One thing I noticed in my first year of university was how adverse other students were to sharing notes or forming study groups. It really surprised me as I would have thought that this was a more efficient way of studying. I am not suggesting you hand over your finished, proofread essay to your whole cohort, but there is definitely value and efficiency in allocating reading lists and swapping notes. I think school instils in teenagers a fear of sharing work or allowing people to copy, which then carries on in university life. However at university, instead of having a set of information to learn, to get higher marks you must go beyond set readings and explore the subject further. This takes time! Journal articles can be long and full of irrelevant information.
Forming a study group with people who you know are achieving similar grades to you can be hugely beneficial. These benefits include a considerable reduction in the time it takes to take notes on reading. You may not like your peer's style of note-taking, but reworking notes is definitely a lot quicker than reading a whole chapter, and you will learn as you are rewording them. You may find you learn new, better ways to study, and having different revision styles in one group can help you process information faster. It is also easier to research an area that you have a genuine interest in. If someone else in your study group has an interest in an area you are not so keen on, it can be a good way to get around the study slump when you hit a dreary topic.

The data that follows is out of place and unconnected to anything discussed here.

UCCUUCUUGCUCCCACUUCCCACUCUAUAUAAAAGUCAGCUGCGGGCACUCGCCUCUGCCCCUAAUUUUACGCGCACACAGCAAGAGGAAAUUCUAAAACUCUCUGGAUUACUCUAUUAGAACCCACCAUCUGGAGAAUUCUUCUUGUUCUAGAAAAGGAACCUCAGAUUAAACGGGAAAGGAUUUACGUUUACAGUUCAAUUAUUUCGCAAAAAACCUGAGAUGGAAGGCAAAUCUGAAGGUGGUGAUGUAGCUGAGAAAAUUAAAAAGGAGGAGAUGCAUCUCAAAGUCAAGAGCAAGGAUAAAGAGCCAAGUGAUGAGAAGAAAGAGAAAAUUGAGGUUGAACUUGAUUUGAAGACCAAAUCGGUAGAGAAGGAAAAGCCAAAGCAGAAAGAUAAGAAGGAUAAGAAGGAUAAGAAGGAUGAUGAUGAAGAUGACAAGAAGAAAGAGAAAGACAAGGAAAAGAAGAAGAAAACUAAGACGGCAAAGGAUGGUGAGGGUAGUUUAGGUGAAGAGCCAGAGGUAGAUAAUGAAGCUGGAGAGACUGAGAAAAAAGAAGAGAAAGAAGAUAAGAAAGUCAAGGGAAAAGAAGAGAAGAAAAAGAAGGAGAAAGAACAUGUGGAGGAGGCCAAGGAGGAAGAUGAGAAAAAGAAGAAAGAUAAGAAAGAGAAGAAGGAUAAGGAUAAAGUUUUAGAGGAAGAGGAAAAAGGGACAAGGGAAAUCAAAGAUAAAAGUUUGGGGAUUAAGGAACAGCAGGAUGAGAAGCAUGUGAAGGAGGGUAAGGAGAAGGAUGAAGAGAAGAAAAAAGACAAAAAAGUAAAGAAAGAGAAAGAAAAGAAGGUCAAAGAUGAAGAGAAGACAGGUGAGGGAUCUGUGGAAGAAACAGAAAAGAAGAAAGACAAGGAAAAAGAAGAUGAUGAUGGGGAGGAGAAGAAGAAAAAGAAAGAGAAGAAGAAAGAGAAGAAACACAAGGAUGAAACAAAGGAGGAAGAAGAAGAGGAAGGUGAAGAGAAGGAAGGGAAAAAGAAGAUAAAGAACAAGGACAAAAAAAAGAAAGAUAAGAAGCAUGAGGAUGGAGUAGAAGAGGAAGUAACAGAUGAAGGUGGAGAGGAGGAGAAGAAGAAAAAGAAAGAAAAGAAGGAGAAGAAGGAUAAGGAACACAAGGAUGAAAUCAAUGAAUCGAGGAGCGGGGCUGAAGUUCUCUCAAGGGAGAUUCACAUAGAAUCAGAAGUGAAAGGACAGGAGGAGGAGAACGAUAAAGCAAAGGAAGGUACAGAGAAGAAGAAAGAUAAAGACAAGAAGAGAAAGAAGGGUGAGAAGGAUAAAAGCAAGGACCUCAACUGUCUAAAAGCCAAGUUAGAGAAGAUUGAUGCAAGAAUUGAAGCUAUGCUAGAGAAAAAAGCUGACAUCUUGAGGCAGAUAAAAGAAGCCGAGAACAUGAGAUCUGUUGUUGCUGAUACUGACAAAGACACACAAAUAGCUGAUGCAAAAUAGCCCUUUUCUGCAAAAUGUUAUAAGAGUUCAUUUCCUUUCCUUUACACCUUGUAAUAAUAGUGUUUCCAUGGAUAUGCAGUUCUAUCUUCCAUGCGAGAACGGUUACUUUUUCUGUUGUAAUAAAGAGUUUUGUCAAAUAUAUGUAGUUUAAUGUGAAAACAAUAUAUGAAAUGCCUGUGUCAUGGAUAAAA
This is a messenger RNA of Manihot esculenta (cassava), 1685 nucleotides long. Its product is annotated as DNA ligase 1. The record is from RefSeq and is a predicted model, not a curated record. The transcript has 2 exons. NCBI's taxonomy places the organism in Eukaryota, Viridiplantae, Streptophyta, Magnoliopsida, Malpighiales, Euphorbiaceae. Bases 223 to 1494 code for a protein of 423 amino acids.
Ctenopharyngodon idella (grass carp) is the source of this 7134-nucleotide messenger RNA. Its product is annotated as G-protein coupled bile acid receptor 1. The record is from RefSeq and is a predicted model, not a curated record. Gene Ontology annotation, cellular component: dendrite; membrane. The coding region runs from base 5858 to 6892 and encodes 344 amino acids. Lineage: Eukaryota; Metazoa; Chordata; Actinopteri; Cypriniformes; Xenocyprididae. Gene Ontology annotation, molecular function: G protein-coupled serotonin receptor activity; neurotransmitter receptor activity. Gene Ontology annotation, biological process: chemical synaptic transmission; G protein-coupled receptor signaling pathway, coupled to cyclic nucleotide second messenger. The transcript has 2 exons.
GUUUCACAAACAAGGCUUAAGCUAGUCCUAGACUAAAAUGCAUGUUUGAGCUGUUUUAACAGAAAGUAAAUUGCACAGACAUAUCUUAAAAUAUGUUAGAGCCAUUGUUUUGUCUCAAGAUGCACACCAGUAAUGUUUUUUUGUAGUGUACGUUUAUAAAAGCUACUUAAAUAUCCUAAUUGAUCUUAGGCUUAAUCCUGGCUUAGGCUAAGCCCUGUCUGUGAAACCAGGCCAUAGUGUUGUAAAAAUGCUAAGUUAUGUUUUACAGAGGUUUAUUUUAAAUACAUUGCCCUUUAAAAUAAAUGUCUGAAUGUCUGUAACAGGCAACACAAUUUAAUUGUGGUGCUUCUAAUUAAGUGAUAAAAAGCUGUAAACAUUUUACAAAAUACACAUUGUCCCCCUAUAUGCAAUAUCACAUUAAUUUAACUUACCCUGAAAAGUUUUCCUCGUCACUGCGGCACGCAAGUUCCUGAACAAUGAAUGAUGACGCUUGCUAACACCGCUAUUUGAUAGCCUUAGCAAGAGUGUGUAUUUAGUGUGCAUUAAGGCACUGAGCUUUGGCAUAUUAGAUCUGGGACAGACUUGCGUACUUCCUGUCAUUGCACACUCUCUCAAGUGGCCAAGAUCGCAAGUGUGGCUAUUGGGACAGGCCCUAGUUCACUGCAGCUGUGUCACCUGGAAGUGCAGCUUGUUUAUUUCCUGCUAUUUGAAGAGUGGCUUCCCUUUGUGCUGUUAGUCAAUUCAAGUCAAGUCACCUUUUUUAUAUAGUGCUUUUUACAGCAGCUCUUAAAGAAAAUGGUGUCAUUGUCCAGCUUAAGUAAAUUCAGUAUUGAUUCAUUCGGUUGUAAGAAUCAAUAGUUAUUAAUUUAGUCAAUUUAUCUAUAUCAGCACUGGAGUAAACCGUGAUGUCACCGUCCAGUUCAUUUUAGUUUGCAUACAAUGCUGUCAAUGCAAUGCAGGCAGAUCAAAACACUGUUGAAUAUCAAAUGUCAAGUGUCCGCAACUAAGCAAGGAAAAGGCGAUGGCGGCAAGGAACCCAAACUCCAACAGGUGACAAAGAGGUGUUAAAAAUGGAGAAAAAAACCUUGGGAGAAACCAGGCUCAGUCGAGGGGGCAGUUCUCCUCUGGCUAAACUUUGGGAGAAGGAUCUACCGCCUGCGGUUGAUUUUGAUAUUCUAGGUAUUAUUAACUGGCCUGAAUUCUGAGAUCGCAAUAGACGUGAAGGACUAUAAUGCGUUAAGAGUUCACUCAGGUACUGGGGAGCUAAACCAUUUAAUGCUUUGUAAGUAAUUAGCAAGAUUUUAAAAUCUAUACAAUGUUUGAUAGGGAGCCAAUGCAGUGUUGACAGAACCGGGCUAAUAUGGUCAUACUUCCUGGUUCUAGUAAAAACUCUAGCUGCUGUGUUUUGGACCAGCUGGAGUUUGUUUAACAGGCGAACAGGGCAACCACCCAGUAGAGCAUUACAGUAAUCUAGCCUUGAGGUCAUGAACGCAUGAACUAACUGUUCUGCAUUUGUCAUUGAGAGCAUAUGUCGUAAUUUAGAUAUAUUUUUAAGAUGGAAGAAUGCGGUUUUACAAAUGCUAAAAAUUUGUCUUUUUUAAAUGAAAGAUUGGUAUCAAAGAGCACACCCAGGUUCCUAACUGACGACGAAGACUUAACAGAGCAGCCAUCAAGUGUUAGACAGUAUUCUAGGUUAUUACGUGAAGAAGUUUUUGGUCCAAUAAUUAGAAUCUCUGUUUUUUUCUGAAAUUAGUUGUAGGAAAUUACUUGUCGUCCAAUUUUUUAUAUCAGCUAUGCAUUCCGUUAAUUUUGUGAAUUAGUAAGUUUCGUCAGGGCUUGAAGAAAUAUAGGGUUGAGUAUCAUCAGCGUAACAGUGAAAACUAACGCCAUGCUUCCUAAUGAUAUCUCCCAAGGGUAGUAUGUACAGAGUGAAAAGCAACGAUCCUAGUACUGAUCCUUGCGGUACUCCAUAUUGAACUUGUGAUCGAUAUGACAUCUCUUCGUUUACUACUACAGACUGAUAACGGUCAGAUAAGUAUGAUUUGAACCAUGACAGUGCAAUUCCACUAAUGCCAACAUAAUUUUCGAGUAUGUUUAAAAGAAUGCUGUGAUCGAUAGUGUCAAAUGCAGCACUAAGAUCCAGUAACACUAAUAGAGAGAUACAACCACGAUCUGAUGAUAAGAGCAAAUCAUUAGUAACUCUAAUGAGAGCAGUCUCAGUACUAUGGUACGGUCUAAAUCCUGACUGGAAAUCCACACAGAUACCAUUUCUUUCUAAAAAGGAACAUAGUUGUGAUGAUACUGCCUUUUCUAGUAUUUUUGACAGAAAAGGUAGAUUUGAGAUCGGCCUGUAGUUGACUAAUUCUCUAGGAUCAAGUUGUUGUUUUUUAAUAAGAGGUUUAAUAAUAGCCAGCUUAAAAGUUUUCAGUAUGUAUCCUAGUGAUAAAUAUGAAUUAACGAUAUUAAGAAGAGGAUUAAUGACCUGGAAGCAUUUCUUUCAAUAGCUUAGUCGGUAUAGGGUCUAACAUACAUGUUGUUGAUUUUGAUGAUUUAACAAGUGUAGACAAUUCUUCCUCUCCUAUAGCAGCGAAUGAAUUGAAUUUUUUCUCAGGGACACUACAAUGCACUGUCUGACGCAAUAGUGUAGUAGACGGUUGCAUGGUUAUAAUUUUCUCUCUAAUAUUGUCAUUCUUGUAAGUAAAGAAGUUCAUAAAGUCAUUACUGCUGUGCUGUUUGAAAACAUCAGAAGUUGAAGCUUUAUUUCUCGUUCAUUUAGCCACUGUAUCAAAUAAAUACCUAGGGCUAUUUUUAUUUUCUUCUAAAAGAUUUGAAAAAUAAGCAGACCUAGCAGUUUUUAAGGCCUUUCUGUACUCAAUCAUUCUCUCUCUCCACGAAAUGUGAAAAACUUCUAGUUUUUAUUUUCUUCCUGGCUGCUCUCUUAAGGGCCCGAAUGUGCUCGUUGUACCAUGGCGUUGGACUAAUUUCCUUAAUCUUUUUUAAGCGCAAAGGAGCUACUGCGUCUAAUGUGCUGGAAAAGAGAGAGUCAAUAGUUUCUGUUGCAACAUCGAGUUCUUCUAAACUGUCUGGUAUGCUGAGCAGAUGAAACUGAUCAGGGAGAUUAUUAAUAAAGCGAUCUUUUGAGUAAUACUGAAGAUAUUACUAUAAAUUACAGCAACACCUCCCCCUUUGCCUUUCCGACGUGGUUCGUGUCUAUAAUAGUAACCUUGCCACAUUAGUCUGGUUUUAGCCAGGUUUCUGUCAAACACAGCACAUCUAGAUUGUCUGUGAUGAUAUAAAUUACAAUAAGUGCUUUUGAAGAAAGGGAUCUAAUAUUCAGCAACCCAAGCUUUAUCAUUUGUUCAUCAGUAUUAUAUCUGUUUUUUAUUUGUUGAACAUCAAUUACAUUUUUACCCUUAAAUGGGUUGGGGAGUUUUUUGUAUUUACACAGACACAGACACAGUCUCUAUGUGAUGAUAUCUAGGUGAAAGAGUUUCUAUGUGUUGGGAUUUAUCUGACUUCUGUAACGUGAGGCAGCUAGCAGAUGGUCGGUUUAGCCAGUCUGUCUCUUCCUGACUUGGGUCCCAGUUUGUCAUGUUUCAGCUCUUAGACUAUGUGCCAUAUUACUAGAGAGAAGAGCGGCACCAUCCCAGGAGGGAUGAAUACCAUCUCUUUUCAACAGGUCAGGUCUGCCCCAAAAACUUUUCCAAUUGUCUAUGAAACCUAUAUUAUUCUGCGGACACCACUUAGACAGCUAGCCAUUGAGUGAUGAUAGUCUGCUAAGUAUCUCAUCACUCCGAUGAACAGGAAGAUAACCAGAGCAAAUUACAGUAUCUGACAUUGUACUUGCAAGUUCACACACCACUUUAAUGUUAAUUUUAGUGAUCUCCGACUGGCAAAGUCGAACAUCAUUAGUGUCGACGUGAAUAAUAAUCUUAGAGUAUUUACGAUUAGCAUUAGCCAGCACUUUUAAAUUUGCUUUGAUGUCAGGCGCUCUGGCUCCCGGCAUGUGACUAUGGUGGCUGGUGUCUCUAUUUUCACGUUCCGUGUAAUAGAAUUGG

Forming a study group with your friends can be great, but it can also be a nightmare if you are easily distracted or your friends aren’t quite as motivated as you are. Sometimes finding people on your course who you know are hitting top marks is better than friends as you won’t be as tempted to chat and you will have similar focus levels. Also, generally people who are getting first-class marks will be making good notes and picking good extra reading, so you know that the notes you swap will be of high quality. If you are discussing the notes you have swapped you will know if someone has made stuff up and you can question any mistakes. Discussing shared notes also gives you time to form an opinion and listen to other people’s opinions. A discussion between peers on a topic can often form a good line of argument for an essay or piece of coursework as, if the other person has a different view to you, you will be defending your point or discovering reasons why it is a weak argument. Not only will this be great for your piece of work, but it will also help you to develop the skills needed in some commercial awareness interviews.
So, during the new university year think about forming a study group to make your revision and learning more efficient.